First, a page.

[7]               Mr Towler: Yes, I would like to see the UNCRC made explicit in relation to the Bill. I am quite surprised that there are no references to the UN Convention on the Rights of the Child within it. Members will be aware of the Rights of Children and Young Persons (Wales) Measure 2011. I know that the due-regard duty did not come in until 1 May, and you could argue a technical point about when this Bill was introduced, but, nevertheless, there is a strong point here, which is about the extent to which the due-regard principle is being taken forward within the Bill.


[8]               What I would like to leave you with today, I suppose, is that, if there is one thing that I would like you to consider within this, it is the extent to which the Bill takes on board the UN Convention on the Rights of the Child and looks at school reorganisation, school provision, school organisation and standards in relation to all issues that affect children and young people. In other words, this is not purely about attainment levels; this is about the health and wellbeing of children, and it is about safeguarding issues.


[9]               I am quite surprised, for example, not to see reference within this to section 175 of the Education Act, particularly in relation to safeguarding children. I know that you have had evidence from Estyn, and you will have seen Estyn inspection reports that talk about what makes a good learning environment and what Estyn goes to look at in relation to school standards and the way that schools are organised. It seems to me that a rights-based approach in relation to school standards is essential, and we have the Rights of Children and Young Persons (Wales) Measure 2011, which provides a framework within which Ministers can pay due regard to the UNCRC. So, I am disappointed not to see that in here. I do not in any way mean to say that I do not think that Ministers take account of the UNCRC. I know that they do. However, I would like it to be more explicit in relation to the Bill.


[10]           Julie Morgan: You would like to see it mentioned specifically in the Bill.


[11]           Mr Towler: Indeed. On the face of it, absolutely.


[12]           Julie Morgan: We will now move on to questions from Jenny Rathbone.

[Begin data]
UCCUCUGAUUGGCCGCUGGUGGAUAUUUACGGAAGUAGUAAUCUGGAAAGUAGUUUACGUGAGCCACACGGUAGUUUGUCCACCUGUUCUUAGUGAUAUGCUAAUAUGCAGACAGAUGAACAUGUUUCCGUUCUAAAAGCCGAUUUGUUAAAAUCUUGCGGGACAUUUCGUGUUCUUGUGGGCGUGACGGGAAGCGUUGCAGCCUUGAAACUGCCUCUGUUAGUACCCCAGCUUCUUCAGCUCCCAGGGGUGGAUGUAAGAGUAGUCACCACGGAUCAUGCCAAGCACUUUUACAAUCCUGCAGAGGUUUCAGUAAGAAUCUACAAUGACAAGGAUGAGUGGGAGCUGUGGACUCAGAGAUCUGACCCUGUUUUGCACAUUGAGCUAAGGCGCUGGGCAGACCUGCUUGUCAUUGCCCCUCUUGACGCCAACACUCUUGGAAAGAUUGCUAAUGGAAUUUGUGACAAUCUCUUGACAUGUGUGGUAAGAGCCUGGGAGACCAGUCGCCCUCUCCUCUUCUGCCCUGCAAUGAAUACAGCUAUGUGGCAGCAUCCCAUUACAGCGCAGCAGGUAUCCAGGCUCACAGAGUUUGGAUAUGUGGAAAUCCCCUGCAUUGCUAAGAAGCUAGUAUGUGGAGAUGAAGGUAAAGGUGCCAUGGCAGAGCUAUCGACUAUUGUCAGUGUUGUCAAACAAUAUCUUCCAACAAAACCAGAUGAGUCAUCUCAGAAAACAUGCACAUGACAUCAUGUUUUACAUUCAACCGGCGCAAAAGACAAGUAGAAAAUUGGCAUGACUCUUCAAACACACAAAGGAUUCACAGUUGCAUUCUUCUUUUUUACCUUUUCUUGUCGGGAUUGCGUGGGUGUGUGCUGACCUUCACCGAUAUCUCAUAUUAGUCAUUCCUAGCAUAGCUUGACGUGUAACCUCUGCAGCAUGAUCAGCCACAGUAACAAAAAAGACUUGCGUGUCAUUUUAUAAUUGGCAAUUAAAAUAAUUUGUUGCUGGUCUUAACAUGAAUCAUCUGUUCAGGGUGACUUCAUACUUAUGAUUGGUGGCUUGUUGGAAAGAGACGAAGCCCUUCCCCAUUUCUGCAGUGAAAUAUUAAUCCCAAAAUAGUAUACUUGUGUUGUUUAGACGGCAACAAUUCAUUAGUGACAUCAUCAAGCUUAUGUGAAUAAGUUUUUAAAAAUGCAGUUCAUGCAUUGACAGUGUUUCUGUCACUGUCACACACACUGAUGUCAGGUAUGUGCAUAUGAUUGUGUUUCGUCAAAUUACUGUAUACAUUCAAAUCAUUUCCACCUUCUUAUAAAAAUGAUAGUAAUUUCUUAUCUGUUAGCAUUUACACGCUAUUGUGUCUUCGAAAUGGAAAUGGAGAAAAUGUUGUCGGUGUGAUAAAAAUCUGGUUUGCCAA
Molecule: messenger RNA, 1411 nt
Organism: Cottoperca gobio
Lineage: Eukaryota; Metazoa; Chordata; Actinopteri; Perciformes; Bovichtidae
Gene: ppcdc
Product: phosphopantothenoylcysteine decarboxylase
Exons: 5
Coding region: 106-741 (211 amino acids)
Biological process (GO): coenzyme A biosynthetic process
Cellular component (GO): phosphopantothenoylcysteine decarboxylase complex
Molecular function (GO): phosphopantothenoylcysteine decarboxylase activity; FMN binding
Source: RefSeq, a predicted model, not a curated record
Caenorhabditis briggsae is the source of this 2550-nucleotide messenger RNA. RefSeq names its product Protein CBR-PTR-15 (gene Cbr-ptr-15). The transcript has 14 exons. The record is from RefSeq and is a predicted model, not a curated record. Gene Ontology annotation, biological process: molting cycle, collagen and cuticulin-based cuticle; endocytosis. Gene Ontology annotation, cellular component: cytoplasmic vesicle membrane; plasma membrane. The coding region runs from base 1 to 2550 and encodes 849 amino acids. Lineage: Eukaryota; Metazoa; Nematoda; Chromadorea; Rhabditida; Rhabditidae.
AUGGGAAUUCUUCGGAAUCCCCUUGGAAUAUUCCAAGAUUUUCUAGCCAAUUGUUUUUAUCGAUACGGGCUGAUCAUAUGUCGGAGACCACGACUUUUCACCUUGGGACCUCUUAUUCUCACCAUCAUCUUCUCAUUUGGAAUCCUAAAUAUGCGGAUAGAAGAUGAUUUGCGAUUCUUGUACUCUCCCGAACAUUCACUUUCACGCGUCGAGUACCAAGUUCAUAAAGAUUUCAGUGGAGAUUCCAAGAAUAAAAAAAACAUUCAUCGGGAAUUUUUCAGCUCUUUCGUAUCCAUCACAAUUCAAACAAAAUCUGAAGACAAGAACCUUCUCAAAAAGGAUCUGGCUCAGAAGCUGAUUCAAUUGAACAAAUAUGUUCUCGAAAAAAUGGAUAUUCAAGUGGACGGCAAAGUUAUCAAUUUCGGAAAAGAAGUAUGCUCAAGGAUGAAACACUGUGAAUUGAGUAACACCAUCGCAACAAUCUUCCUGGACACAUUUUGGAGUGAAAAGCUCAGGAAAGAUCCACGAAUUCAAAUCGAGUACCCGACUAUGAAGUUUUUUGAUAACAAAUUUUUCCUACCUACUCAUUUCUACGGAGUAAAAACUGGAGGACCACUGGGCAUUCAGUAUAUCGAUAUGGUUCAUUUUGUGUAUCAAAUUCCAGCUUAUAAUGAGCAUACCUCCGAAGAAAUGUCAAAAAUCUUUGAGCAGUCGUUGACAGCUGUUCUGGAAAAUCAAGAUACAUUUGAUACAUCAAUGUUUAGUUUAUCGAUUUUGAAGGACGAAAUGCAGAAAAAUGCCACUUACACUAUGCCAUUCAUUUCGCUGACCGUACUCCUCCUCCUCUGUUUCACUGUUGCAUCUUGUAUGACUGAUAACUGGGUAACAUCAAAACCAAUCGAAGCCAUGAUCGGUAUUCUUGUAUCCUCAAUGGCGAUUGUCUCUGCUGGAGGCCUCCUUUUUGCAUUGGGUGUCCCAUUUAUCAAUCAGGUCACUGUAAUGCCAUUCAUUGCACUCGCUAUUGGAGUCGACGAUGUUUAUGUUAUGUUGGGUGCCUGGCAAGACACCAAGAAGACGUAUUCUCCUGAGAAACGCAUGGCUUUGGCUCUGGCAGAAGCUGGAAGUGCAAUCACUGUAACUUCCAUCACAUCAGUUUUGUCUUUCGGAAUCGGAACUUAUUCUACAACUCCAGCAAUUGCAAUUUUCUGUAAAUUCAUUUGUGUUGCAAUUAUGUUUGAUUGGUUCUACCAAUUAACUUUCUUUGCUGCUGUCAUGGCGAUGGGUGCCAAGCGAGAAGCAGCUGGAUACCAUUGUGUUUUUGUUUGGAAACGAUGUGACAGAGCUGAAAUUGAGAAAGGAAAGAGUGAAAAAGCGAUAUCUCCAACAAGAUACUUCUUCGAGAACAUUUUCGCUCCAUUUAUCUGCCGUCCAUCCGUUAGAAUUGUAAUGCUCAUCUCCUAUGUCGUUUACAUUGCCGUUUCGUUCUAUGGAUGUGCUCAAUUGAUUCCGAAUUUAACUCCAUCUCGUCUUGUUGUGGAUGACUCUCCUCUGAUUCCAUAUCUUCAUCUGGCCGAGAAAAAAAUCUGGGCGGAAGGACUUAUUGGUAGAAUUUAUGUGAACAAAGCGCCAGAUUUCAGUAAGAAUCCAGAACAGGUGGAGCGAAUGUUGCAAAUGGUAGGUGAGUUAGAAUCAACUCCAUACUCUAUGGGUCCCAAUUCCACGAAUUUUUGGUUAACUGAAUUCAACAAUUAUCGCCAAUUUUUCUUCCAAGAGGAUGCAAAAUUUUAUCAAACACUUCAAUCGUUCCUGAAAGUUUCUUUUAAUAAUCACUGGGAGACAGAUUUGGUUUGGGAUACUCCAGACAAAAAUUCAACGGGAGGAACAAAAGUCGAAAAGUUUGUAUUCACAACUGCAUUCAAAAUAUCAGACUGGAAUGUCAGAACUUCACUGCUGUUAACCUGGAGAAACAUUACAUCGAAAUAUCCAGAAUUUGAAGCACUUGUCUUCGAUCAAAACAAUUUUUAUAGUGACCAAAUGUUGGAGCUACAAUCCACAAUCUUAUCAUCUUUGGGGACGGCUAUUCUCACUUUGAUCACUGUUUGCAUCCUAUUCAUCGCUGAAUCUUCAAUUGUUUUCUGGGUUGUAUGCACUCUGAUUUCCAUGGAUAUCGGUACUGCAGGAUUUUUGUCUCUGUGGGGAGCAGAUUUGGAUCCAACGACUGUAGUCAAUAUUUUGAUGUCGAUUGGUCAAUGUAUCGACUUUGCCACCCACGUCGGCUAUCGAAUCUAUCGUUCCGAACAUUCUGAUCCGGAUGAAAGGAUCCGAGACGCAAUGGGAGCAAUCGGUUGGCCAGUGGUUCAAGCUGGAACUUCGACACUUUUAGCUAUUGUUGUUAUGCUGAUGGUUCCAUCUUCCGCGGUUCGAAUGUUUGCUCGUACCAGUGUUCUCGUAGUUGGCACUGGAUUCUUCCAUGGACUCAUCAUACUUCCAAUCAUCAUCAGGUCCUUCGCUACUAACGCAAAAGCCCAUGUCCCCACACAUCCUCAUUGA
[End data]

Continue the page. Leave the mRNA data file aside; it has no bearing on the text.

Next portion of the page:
[13]           Jenny Rathbone: I think that it follows that you would also want that included as a reason for intervention.


[14]           Mr Towler: Absolutely.


[15]           Jenny Rathbone: Fine. I just wanted to talk to you about intervention. When intervention is occurring—the Minister has decided to intervene—at what point should pupils and parents be involved? This is a complex issue. As soon as the Minister intervenes, there are very heightened emotions involved. Would you like to talk us through how you think that it would operate? There are several layers or stages of intervention, are there not?


[16]           Mr Towler: Absolutely. I guess that the intervention would be in the case of a failure. So, it starts from the position of not being a good news story and raises questions, I think, in terms of an intervention, about the extent to which pupils’ voices and engagement with parents is central to the way in which the school operates. You would hope that a good school has good school councils and takes the participation principle seriously, and that that really plays an important part in the way in which that whole school ethos and culture is driven. I cannot see, particularly from a children’s rights point of view, for example, in terms of an intervention, why children and young people, as pupils and learners within that school, would not get information about why the Minister was making the intervention and be fully involved in understanding what was happening in the school. The same goes for parental engagement. I visit an awful lot of schools, and I see fantastic schools that do huge amounts of work engaging with parents and families, which is brilliant—it really increases levels of attendance, not to mention attainment. However, I also see schools where that relationship is not working as any one of us would like. So, the central point around intervention is what has led to it in the first place, and to what extent children, young people and parents are part of the school culture. It is a complex issue. Estyn has raised it a number of times. To go back to the issue of a rights-based approach, I think that ethos is what drives that.